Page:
EU law has been incremental in increasing recycling laws in the UK, so what might the final Brexit deal do to waste management?
The Government has stated that it is committed to making the most of our resources and reducing waste. A recent Commons Briefing paper examined UK trends in recycling and the applicable legislation at the EU and UK levels.
Most waste legislation derives from the EU and it is implemented in the UK mainly through statutory instruments—i.e. rules or orders that have the force of the law. Many aspects of EU waste legislation are devolved, so England, Wales, Scotland and Northern Ireland governments manage their own waste and set their own recycling targets though the UK government leads on tax measures that encourage recycling.
At present, the UK is required to meet the EU target of recycling a minimum of 50 percent by weight of household waste by 2020. Recycling has increased massively since 2000, but household recycling rates have begun to plateau.
Wales is the only UK nation to have met the 50 percent requirement—in fact, its household recycling rate in 2016.17 was 64 percent. In England, Northern Ireland and Scotland, the rates are between 44 and 46 percent. The overall UK rate is 44.6 percent.
Defra’s policy for England is to achieve zero avoidable waste by 2050, and zero avoidable plastic waste by 2042. Wales is the only country to have introduced statutory targets or municipal waste recycling its local authorities must meet.
In May of this year, the European Council formally agreed a recycling target for municipal waste of 65 percent. And by 2035, the amount of municipal waste land-filled must reduce to 10 percent of less of the total amount of municipal waste.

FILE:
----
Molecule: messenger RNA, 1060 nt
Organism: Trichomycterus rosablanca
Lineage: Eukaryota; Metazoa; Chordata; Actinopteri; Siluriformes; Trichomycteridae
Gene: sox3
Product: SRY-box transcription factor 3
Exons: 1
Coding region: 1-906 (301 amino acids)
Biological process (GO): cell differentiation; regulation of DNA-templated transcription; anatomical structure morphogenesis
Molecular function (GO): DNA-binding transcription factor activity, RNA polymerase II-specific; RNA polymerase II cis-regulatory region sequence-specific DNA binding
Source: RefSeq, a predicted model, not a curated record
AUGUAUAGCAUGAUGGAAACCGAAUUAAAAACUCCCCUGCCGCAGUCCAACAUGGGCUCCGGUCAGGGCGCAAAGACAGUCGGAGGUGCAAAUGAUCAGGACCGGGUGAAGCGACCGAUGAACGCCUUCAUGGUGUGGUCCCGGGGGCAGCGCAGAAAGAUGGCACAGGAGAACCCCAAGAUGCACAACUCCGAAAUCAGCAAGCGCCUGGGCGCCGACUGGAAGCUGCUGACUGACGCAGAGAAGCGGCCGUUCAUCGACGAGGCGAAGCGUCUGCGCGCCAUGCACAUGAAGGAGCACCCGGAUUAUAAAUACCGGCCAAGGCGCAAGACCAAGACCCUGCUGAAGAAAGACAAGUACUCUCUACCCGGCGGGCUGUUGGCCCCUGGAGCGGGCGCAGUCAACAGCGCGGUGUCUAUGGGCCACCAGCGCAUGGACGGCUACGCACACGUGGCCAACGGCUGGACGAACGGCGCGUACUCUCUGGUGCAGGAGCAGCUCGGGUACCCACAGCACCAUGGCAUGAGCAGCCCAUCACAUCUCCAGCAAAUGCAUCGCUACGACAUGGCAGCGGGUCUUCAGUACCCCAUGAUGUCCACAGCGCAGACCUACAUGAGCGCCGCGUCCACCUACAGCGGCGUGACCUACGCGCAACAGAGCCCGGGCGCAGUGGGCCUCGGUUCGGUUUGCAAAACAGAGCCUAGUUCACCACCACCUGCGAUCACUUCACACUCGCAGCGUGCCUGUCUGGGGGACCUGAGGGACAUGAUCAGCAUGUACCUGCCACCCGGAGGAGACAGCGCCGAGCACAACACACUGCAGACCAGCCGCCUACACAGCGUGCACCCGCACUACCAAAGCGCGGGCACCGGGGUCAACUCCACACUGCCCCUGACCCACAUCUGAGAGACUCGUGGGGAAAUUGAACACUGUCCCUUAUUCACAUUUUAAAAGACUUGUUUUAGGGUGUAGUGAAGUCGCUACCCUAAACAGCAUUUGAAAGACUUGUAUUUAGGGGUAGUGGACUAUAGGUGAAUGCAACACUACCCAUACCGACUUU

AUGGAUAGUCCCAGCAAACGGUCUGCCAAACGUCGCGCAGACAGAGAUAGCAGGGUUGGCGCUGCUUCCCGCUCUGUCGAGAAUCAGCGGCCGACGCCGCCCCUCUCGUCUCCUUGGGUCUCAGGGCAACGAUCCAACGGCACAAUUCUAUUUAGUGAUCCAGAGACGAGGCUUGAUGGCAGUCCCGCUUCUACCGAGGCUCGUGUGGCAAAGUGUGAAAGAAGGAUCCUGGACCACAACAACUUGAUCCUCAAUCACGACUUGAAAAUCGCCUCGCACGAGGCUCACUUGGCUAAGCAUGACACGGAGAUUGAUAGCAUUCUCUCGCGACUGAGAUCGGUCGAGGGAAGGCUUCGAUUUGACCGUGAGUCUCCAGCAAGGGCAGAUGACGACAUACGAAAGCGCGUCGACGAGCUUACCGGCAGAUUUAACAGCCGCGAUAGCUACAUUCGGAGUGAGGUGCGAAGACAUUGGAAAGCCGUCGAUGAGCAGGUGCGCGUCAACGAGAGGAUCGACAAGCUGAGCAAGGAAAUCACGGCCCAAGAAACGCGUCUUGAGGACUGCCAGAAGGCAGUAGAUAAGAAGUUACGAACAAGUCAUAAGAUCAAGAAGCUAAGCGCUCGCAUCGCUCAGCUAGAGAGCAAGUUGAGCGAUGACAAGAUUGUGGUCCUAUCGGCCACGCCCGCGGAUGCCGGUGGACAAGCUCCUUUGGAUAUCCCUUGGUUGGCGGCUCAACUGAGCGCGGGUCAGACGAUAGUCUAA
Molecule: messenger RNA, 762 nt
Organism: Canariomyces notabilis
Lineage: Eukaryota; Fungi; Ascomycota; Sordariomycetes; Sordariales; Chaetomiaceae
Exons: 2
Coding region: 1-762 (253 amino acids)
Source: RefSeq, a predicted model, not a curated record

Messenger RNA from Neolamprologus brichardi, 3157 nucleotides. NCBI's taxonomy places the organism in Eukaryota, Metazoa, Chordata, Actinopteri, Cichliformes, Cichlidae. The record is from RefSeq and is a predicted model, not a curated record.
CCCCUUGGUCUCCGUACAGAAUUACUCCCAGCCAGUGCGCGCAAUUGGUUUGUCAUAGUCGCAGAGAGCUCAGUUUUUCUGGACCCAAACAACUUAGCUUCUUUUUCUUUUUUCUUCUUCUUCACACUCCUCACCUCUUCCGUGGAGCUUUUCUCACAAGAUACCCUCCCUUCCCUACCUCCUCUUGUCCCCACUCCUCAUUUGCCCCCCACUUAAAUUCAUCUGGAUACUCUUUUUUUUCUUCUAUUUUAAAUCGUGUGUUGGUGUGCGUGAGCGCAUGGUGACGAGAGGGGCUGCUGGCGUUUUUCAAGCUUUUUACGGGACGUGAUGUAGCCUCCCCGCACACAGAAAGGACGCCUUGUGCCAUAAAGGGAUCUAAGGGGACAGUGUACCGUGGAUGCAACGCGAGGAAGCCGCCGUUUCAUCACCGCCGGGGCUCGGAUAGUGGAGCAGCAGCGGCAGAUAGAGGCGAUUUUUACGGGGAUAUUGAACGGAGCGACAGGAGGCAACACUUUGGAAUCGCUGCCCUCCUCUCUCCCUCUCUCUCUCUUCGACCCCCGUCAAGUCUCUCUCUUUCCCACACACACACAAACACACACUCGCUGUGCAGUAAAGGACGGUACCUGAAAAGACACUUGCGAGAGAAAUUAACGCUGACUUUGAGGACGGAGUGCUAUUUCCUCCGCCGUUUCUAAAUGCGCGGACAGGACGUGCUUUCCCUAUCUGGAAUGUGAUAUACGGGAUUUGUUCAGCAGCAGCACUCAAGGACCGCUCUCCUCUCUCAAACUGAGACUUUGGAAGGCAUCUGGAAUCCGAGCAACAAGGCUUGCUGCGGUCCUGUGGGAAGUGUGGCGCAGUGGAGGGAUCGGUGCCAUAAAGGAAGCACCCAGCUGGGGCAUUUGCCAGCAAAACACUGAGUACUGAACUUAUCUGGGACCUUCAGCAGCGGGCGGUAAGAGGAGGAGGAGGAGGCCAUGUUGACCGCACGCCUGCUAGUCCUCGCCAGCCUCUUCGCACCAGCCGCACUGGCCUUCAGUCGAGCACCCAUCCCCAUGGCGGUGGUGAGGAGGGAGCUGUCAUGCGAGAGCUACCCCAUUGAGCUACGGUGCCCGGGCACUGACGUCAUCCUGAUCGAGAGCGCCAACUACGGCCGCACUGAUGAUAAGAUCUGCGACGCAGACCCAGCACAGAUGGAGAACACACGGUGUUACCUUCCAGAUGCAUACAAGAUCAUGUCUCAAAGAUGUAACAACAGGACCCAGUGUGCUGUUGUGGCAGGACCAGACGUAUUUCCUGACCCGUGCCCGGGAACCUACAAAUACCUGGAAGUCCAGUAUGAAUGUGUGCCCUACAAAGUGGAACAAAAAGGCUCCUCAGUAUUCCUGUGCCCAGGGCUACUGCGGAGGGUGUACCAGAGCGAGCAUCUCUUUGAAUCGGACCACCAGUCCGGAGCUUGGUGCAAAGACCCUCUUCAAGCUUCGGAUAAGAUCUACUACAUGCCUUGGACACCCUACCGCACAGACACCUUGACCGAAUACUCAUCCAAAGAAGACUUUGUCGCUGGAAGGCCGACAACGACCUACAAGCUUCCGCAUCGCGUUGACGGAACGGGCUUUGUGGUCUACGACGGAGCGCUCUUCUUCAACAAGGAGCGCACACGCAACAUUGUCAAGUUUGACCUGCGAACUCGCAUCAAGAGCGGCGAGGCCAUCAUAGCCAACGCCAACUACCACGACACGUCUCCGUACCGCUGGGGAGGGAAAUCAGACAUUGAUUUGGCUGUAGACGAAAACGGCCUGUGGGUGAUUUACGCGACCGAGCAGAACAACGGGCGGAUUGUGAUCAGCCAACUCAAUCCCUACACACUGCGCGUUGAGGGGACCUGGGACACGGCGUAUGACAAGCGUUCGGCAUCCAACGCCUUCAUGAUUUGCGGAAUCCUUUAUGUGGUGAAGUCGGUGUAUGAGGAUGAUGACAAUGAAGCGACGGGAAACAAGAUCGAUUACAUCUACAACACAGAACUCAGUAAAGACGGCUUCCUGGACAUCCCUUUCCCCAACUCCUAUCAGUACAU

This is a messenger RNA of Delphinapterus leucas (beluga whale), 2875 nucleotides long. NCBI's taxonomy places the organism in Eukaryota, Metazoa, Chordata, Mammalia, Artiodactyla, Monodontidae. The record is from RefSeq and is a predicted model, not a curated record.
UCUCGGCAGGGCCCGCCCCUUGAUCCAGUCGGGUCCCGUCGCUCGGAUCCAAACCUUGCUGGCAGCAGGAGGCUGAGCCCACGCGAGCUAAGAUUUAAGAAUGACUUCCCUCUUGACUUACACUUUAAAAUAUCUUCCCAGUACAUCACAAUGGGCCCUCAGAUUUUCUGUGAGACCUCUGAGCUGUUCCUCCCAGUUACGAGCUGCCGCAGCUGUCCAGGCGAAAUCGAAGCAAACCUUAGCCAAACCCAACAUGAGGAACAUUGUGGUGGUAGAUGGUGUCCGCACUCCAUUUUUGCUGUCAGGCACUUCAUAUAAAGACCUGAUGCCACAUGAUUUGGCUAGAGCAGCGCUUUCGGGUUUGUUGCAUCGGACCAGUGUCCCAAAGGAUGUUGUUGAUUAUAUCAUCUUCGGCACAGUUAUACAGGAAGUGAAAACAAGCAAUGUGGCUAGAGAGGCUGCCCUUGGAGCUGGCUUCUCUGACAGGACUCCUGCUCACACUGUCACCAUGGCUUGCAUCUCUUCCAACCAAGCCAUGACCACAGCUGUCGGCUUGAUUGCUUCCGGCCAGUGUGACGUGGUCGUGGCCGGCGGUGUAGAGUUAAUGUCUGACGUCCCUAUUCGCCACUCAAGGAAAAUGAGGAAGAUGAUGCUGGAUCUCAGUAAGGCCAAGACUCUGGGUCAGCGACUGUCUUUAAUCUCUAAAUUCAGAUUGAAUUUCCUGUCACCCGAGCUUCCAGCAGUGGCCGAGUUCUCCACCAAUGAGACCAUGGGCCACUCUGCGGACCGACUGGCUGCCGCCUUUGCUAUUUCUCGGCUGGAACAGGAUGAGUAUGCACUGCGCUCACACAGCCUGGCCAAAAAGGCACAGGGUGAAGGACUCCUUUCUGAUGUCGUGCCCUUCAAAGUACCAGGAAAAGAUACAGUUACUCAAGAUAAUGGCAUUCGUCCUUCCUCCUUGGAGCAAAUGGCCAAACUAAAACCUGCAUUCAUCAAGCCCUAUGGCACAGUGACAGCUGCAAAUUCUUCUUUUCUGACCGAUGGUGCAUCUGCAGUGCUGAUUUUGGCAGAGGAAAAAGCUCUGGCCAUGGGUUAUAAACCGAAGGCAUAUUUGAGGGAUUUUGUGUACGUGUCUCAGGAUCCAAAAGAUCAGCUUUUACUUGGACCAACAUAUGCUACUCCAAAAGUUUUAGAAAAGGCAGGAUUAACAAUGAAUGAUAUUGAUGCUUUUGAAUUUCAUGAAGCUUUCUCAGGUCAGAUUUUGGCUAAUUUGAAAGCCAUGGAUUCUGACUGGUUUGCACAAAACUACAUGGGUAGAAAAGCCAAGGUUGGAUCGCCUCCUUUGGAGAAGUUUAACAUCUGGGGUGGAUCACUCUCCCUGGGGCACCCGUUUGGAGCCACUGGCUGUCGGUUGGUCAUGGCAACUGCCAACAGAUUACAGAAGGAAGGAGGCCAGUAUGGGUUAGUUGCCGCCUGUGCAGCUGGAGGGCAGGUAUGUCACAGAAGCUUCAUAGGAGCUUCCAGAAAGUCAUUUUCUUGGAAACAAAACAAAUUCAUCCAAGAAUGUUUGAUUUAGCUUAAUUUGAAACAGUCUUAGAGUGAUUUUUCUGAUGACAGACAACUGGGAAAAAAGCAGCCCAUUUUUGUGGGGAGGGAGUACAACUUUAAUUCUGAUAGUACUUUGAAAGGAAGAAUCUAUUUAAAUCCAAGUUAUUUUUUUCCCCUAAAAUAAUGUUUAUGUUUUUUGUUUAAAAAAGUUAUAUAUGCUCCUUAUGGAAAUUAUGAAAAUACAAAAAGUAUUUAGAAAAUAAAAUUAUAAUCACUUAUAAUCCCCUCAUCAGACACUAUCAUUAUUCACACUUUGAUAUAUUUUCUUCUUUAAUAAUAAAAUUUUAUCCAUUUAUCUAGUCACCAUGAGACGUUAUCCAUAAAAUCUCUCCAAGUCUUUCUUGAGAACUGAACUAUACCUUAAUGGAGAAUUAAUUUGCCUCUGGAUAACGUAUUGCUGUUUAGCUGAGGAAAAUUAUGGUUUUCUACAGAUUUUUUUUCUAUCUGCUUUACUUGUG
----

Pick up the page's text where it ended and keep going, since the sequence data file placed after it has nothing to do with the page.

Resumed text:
All plastic packaging in the EU market must be recyclable by 2030 and intentional use of micro-plastics will be restricted.
The barriers to recycling and increasing the rates the report identifies are:
- Segregation at source, significantly lower in England than levels achieved in the best performing recycling European countries
- Limited material capture, where local authorities can only provide limited proportions of households with collection for major recyclable items
- Multi-occupancy dwellings—recycling rates are poorer in area where there is an increase in multi-occupancy homes
- Rates are lower in areas where there is social deprivation, education and language issues.
- Weaker policy levers—EU countries that use incentives such as pay as you throw schemes do better.
Recycling targets copied across
Some experts view Brexit as an opportunity to rethink how recycling targets can be set out. Waste and recycling targets will be copied across post Brexit, but the role the EU plays in monitoring and enforcing targets will be lost.
Brendan O’Shea, Just Clear’s founder and managing director, said: “Our customers have always made it clear to us they value our zero-to-landfill policy and the recycling policies we have put in place, which will not change post Brexit.
“It is important to us that we provide a service that values and respects the environment.”
We serve everywhere in the UK, from rubbish clearance in Glasgow, to Swansea, Northampton, Telford, London and further afield.